Thurman’s support was greatly appreciated by Japanese Americans. Tomi Fujino, who heard Thurman speak at a national convention of the Young Women’s Christian Association in San Francisco in March 1947, described him as “inspiring.” Japanese Canadian Norah Fujita, who was sponsored by the activist group Japanese Canadian Committee for Democracy to attend an Inter-racial Workshop in Washington DC in Summer 1947, reported in The New Canadian that she was particularly inspired by hearing Thurman’s words comparing the sufferings of African Americans under Jim Crow with those of the Apostle Paul when set upon by mobs and Roman police. “And the depth of loyalty, charity, and forgiveness of the American Negro Christians is something before which we can all stand in shame.”

Part 2 >>


© 2021 Greg Robinson; Peter Eisenstadt

African Americans authors California Fellowship of Reconciliation (U.S.) Howard University Japanese Americans orators Santa Anita temporary detention center temporary detention centers United States World War II World War II camps writers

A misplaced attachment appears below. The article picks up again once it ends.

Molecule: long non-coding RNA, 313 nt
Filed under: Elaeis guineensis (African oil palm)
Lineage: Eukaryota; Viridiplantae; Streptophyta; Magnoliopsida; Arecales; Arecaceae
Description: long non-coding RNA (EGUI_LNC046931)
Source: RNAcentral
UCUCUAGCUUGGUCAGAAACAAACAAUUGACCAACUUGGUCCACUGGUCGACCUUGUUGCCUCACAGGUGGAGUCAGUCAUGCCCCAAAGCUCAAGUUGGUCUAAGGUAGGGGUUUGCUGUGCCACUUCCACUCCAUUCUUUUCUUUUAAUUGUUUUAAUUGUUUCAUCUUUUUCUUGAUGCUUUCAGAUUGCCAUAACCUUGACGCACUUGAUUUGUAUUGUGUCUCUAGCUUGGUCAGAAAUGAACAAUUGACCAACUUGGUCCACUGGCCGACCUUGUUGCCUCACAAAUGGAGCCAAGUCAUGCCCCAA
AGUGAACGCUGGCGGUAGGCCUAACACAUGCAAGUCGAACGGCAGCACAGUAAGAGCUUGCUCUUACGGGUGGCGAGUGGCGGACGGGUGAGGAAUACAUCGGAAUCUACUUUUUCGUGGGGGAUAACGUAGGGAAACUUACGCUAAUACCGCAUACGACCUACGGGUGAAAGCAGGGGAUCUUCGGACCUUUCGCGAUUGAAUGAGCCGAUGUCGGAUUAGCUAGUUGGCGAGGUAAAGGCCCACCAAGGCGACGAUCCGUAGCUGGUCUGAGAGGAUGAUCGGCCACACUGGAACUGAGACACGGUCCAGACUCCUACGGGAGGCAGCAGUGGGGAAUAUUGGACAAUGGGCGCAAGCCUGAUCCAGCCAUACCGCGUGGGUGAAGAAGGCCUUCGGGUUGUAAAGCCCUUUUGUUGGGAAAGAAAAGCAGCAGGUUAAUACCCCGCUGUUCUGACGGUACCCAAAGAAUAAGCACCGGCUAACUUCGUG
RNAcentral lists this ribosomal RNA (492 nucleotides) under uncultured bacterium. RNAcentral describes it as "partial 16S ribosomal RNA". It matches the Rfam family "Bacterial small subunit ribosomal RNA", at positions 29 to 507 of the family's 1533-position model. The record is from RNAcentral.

About the Authors

Greg Robinson, a native New Yorker, is Professor of History at l'Université du Québec À Montréal, a French-language institution in Montreal, Canada. He is the author of the books By Order of the President: FDR and the Internment of Japanese Americans (Harvard University Press, 2001), A Tragedy of Democracy; Japanese Confinement in North America (Columbia University Press, 2009), After Camp: Portraits in Postwar Japanese Life and Politics (University of California Press, 2012), Pacific Citizens: Larry and Guyo Tajiri and Japanese American Journalism in the World War II Era (University of Illinois Press, 2012), and The Great Unknown: Japanese American Sketches (University Press of Colorado, 2016), as well as coeditor of the anthology Miné Okubo: Following Her Own Road (University of Washington Press, 2008). Robinson is also coeditor of the volume John Okada - The Life & Rediscovered Work of the Author of No-No Boy (University of Washington Press, 2018).

His historical column “The Great Unknown and the Unknown Great,” is a well-known feature of the Nichi Bei Weekly newspaper. Robinson’s latest book is an anthology of his Nichi Bei columns and stories published on Discover Nikkei, The Unsung Great: Portraits of Extraordinary Japanese Americans (University of Washington Press, 2020). It was recognized with an Association for Asian American Studies Book Award for Outstanding Achievement in History Honorable Mention in 2022. He can be reached at

Updated March 2022

Peter Eisenstadt is an affiliate professor of history at Clemson University, and the author and editor of many books, most recently the author of Against the Hounds of Hell: A Life of Howard Thurman (University of Virginia, 2021)

Updated June 2021